View this post on Instagram
There is a common narrative that one thing holding women back in life, love, and especially in the business sector is a lack of confidence.
This is one of the theories, or partial theories, as to why men excel in leadership. Men are seen as more confident, and confidence is a desirable quality in a leader.
However, as our collective interest in the socially constructed concept of gender grows and we do more sociological research, a number of studies have emerged which show that perhaps, this theory is not true.
When I was in seventh grade, I earned a spot on our school’s competitive math team. Yes, that’s correct—it can’t get much nerdier. It was called MathCounts, and we went to competitions and solved math problems. There were four team members and one backup, in case any of the primary nerds became sick on the day of the state championship competition. We were four girls and one boy. (There is no gendered conclusion to be drawn from that information. I’m just setting the scene.)
I was the backup—excited to participate and relieved to not have to compete. The pressure to succeed and my fear of failure were too great. It turns out I’ve had anxiety since childhood.
Most importantly, I still got a MathCounts T-shirt.
I had confidence and excelled in math until ninth grade. Tenth grade was hit or miss. In eleventh grade, I stopped going to class, and from then on, I never learned more math, exponentially forgot what I knew, and majored in English in college.
Math was a strength of mine when I was 12. Now my strengths are communication, empathy, composing witty text messages, and many other stereotypically feminine traits that are expected of me and that I have consequently nurtured. Or was born with.
This brings us to the present, where as an adult, when asked about my weaknesses in job interviews, I generally say math. I realize this is not the answer they are looking for, but I find it amusing, and because I think that humor is one of my strengths, I like to sneak it in where I can.
Never once in a job interview have I mentioned that I used to compete at math. It doesn’t feel like I’m downplaying my math skills. It feels honest.
Perhaps, my subjectively honest perception of my (current) math skills is a lack of confidence. And perhaps this lack of confidence is holding me back from becoming a rich and powerful CEO. Or is it?
Perhaps it’s time to flip the narrative and say that women don’t suffer from a universal lack of confidence, but rather, are less likely to overrate themselves. Perhaps women thrive at self-awareness.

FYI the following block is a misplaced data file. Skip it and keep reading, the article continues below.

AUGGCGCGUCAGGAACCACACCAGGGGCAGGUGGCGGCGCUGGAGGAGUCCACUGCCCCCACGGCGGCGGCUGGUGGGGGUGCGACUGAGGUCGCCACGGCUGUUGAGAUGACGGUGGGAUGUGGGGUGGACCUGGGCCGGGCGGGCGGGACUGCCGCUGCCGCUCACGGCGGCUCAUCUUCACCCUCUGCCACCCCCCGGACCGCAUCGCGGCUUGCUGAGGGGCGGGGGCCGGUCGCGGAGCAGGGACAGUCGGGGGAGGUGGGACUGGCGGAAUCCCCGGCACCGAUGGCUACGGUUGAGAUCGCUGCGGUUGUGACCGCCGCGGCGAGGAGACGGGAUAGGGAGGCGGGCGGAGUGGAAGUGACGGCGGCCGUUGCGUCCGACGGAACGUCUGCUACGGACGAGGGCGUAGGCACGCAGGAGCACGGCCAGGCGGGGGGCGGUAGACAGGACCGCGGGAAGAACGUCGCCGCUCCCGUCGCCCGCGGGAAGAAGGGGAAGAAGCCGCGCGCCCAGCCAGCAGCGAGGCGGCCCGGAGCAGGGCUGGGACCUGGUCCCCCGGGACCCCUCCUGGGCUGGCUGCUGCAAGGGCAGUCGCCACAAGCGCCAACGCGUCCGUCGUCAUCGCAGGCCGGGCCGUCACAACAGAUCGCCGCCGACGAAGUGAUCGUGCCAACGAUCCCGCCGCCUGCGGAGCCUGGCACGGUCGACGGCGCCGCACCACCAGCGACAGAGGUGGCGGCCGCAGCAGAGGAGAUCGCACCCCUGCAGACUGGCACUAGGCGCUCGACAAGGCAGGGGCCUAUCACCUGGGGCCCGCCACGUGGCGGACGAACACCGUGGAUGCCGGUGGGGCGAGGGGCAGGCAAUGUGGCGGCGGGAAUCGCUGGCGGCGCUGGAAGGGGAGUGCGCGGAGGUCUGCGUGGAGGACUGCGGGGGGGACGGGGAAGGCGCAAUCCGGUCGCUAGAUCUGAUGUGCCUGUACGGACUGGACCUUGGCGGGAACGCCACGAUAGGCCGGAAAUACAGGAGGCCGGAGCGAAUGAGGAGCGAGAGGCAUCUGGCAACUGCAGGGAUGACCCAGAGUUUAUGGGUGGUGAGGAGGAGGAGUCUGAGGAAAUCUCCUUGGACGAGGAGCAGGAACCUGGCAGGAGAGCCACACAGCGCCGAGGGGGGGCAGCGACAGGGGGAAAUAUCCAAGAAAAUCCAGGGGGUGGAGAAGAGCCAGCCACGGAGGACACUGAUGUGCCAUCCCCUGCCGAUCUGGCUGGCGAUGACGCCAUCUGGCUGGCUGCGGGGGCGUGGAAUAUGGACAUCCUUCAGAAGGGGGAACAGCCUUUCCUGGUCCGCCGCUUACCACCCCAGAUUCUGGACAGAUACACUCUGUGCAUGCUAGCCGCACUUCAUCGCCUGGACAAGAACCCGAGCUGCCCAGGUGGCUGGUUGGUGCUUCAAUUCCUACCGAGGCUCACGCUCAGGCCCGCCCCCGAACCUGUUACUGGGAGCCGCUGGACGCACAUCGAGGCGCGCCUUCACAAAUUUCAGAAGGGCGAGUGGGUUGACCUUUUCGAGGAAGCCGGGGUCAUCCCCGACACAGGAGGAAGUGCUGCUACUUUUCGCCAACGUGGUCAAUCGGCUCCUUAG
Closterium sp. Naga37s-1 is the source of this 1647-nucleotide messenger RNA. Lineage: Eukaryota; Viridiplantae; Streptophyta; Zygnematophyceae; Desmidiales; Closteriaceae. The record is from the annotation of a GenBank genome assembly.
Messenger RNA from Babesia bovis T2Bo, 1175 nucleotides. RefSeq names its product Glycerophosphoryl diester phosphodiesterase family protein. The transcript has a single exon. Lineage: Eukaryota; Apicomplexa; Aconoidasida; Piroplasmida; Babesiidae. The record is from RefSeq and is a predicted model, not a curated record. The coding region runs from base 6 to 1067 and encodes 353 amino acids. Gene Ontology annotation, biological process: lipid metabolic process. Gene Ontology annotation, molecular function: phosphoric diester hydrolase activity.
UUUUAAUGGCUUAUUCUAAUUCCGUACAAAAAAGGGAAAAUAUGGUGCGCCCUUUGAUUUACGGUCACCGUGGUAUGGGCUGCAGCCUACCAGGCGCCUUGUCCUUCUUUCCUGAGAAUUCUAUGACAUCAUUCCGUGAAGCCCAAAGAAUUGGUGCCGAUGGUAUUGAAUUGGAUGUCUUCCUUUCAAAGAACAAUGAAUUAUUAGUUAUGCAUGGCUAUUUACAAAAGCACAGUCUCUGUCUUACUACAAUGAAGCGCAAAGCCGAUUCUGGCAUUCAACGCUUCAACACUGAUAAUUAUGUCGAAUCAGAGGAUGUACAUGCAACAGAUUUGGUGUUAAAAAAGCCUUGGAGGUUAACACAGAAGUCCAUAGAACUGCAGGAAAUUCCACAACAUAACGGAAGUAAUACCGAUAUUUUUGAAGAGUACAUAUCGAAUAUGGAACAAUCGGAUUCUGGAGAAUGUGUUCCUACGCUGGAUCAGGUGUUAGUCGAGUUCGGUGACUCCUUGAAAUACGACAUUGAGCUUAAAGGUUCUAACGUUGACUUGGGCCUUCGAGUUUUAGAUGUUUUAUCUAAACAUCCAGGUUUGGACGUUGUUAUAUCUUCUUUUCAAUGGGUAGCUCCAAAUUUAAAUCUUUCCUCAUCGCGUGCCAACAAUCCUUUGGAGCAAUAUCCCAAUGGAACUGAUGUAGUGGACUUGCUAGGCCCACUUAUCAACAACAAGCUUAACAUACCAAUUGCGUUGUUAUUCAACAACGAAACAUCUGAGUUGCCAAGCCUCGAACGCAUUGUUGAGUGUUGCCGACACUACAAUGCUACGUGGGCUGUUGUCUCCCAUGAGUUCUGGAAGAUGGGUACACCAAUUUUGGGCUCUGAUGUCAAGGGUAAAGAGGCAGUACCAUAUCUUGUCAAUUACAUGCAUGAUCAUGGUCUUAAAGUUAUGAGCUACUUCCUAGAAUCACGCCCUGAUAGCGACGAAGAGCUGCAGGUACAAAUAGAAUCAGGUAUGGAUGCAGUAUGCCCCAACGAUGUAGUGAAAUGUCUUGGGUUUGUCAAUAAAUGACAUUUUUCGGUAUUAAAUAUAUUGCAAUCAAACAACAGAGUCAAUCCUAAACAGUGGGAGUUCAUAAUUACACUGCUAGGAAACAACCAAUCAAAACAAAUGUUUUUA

Columbia Business University conducted a study with MBA students and math problems. The female and male participants performed about the same. A year later, the researchers brought back the same students and asked them to recall their performance. Most participants overrated their performance. Men consistently rated their performance as 30 percent better than it was, and women overrated themselves by 15 percent. The researchers maintain that the participants weren’t lying. They honestly believed their inflated perceptions of performance.
Men honestly misrepresent their accomplishments 15 percent more than women do. Women are less likely to advance to leadership because we lack 15 percent of the ability to misrepresent our skills. Well look at that: it’s our fault we are not leaders! We are not confident enough to lie better about our math skills. Or could it be that our more adequate self-perceptions are tricking our supervisors into thinking we accomplish less. Our pathological self-awareness has been mislabeled as a lack of confidence.
And what about when it comes to romance? Sociological studies from the University of Michigan indicate that men typically try to date women who are 25 percent “out of their league.” Anecdotally, this sounds true to my experience, in case anyone was wondering. (Although it is possible that I am overrating my desirability by the standard 15 percent, which would make the men I date only 10 percent under my league. I’m not sure who should feel better about that.)
According to the same study, women’s desirability decreases as we age and as we become more educated. (Peak desirability is a whopping 18 years old.)
I think the answer is clear. My skills plus my qualifications divided by my personality times my adequate level of self-awareness minus my fear of failure and the square root of my age equals: I will never have a successful career or romantic relationship.